(The Hill) – Virginia is warning travelers that they may have been exposed to measles earlier this month at the two airports in the Washington, D.C., area.
The Virginia Public Health Department said it was notified of confirmed case of measles at Dulles International Airport (IAD) on Jan. 3 and Ronald Reagan National Airport (DCA) on Jan. 4.
The department issued a warning to travelers who were near the international arrivals area of the main terminal at Dulles airport between 4:00 p.m. and 8:00 p.m. and to those in Terminal A of the Ronald Reagan airport between 2:30 p.m. and 6:30 p.m., on the respective days.
Health officials are especially urging those who are not fully vaccinated against measles to monitor for symptoms — which typically emerge seven to 14 days after the initial exposure.
The health department also noted that there are two stages of measles symptoms.
The first stage may include a fever greater than 101 degrees Fahrenheit, runny nose, red watery eyes or sneezing. The second stage — which occurs three to five days after the initial symptoms begin — may include a rash that spreads from the face to other parts of the body, according to officials.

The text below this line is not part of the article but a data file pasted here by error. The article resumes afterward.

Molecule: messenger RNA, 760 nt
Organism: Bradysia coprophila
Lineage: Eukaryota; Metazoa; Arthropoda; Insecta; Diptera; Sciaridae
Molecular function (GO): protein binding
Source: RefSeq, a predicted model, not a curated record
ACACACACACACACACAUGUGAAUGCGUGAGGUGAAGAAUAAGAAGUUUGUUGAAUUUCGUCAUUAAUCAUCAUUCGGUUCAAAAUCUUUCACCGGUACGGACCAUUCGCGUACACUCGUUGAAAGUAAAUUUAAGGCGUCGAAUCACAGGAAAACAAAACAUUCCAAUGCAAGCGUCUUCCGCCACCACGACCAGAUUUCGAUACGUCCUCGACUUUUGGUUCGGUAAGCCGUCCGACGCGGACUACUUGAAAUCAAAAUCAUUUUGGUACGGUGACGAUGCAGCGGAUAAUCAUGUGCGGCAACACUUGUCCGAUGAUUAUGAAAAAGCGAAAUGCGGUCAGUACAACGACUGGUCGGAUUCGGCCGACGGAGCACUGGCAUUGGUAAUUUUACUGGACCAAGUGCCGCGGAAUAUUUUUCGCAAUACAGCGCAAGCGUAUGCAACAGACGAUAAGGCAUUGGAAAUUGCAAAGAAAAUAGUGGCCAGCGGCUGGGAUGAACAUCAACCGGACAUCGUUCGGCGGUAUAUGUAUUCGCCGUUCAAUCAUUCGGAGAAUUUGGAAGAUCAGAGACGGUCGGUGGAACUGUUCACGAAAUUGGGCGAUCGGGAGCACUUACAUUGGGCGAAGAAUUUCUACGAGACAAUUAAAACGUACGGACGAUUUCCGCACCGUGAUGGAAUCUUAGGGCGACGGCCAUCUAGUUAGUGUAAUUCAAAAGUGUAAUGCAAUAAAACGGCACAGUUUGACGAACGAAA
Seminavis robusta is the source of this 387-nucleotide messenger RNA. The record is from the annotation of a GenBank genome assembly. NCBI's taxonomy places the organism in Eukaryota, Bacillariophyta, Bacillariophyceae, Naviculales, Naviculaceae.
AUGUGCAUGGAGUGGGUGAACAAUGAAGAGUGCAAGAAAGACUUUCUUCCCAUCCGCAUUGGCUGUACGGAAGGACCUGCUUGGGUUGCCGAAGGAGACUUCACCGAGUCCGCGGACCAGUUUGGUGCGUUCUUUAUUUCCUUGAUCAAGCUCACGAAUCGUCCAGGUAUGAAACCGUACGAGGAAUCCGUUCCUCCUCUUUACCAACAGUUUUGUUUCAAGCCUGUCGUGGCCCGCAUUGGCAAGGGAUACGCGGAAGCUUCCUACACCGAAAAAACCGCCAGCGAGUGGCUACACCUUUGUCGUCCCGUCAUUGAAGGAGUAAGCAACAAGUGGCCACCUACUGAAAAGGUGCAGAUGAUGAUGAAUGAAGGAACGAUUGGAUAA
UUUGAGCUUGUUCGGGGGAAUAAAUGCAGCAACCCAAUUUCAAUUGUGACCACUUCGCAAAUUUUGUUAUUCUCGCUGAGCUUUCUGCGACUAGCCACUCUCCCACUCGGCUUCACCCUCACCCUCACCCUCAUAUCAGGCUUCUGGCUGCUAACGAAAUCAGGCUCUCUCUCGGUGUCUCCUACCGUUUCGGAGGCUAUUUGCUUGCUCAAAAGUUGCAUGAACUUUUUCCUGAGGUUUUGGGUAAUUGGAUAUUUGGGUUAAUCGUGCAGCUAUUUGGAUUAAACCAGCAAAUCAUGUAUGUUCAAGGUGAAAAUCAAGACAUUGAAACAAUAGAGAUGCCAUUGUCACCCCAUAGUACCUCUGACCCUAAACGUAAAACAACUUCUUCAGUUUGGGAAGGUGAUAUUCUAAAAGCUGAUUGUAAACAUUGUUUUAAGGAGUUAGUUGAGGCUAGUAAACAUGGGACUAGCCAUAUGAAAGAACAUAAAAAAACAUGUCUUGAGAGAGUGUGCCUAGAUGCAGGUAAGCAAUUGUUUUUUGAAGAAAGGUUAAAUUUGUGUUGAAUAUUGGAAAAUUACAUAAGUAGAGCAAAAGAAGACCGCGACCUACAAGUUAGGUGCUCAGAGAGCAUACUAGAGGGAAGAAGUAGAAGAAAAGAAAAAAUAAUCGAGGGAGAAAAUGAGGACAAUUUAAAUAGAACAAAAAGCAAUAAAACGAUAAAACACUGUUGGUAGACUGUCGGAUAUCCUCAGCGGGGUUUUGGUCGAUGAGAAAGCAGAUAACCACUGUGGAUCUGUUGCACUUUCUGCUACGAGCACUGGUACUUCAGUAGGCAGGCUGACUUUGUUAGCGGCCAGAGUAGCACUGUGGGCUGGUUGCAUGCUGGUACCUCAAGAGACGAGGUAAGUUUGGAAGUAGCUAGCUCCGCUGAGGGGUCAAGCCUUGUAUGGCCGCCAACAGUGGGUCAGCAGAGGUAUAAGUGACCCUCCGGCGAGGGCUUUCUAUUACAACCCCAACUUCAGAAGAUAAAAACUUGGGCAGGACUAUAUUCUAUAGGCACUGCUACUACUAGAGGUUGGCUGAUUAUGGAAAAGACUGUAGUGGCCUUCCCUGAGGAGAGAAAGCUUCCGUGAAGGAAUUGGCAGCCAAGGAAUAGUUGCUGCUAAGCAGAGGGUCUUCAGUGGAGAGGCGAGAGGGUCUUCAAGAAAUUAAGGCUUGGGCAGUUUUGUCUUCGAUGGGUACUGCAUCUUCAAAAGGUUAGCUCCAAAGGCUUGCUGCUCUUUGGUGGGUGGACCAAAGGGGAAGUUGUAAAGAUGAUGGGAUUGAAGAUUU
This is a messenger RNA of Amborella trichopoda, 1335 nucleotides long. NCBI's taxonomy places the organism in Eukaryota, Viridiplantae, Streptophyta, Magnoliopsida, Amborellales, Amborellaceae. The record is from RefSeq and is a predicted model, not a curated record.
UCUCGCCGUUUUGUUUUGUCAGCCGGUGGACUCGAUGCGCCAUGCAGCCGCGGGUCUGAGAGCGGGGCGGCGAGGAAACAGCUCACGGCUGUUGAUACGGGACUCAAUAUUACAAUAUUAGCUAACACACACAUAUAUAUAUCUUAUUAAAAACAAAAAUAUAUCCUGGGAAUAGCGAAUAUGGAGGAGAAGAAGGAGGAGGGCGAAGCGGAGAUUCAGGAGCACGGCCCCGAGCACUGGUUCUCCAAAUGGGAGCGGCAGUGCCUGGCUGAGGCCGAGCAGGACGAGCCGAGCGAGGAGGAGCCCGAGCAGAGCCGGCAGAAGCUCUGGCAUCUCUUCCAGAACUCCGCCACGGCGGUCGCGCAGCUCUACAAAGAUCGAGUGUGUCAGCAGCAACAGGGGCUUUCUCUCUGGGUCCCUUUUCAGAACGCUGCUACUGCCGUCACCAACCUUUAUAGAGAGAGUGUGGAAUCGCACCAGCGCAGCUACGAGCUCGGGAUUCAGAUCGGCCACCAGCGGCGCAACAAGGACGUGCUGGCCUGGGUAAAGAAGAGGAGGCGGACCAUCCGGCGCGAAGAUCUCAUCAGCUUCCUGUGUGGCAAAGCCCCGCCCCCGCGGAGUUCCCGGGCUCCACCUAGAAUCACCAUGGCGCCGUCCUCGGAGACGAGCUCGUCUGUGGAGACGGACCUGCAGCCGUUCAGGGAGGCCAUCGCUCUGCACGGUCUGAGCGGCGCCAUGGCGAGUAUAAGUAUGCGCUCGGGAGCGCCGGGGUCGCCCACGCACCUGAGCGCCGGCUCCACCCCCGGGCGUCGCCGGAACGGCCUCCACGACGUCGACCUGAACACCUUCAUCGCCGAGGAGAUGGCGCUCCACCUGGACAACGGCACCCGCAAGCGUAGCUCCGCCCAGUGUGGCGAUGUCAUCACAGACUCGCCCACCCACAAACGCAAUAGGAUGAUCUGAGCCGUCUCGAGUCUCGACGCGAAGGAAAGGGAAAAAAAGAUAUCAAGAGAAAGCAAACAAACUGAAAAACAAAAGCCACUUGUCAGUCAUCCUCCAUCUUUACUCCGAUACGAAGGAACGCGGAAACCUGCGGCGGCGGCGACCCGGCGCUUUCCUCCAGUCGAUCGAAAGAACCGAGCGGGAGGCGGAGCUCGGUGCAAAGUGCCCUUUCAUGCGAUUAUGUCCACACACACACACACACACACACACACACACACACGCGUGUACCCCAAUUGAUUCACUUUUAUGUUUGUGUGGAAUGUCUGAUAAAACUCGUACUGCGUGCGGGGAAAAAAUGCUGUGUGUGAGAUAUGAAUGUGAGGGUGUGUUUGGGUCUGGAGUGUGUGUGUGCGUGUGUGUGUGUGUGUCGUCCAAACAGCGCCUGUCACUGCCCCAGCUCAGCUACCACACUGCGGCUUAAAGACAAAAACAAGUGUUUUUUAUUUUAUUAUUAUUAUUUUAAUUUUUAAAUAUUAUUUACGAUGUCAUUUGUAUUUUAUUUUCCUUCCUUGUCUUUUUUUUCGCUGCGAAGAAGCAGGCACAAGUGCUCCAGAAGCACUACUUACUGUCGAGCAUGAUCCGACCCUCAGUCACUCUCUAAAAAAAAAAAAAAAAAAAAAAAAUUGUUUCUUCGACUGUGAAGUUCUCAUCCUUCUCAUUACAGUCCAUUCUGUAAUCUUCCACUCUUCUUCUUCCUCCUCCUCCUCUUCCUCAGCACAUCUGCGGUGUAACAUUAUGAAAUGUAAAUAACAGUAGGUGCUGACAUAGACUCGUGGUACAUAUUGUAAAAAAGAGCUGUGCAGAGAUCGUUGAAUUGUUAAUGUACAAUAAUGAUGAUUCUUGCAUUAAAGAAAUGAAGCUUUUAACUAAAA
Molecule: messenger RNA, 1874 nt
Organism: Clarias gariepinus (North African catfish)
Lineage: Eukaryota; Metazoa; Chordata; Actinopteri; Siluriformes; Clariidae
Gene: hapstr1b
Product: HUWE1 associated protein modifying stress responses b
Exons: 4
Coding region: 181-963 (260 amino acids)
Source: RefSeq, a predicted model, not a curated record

People are contagious four days before the rash begins and four days from the day it appeared, they noted.
The department urged those who may be at risk of developing measles, or who may have been exposed, to isolate themselves and notify their health care provider if they begin to notice symptoms.
Infants under the age of 1 may be more at risk for measles if exposed, since they are too young to have received the vaccine, the officials said.
“Measles is preventable through a safe and effective MMR vaccine. Two doses of the vaccine are given to provide lifetime protection,” the department wrote. “Virginia has high measles vaccination rates, with approximately 95% of kindergarteners fully vaccinated against measles.”
“However, infants younger than 12 months of age are too young to be vaccinated,” they cautioned. “These infants, and others who are not vaccinated, are very susceptible to infection if they are exposed to someone with measles.”
The D.C. Health department also issued a similar warning to its residents.
“DC Health has been notified of a confirmed case of measles in a person who traveled through DC area airports when returning from international travel,” they wrote. “While the threat of transmission is low, DC Health is notifying District residents who were at these locations about their possible exposure.”
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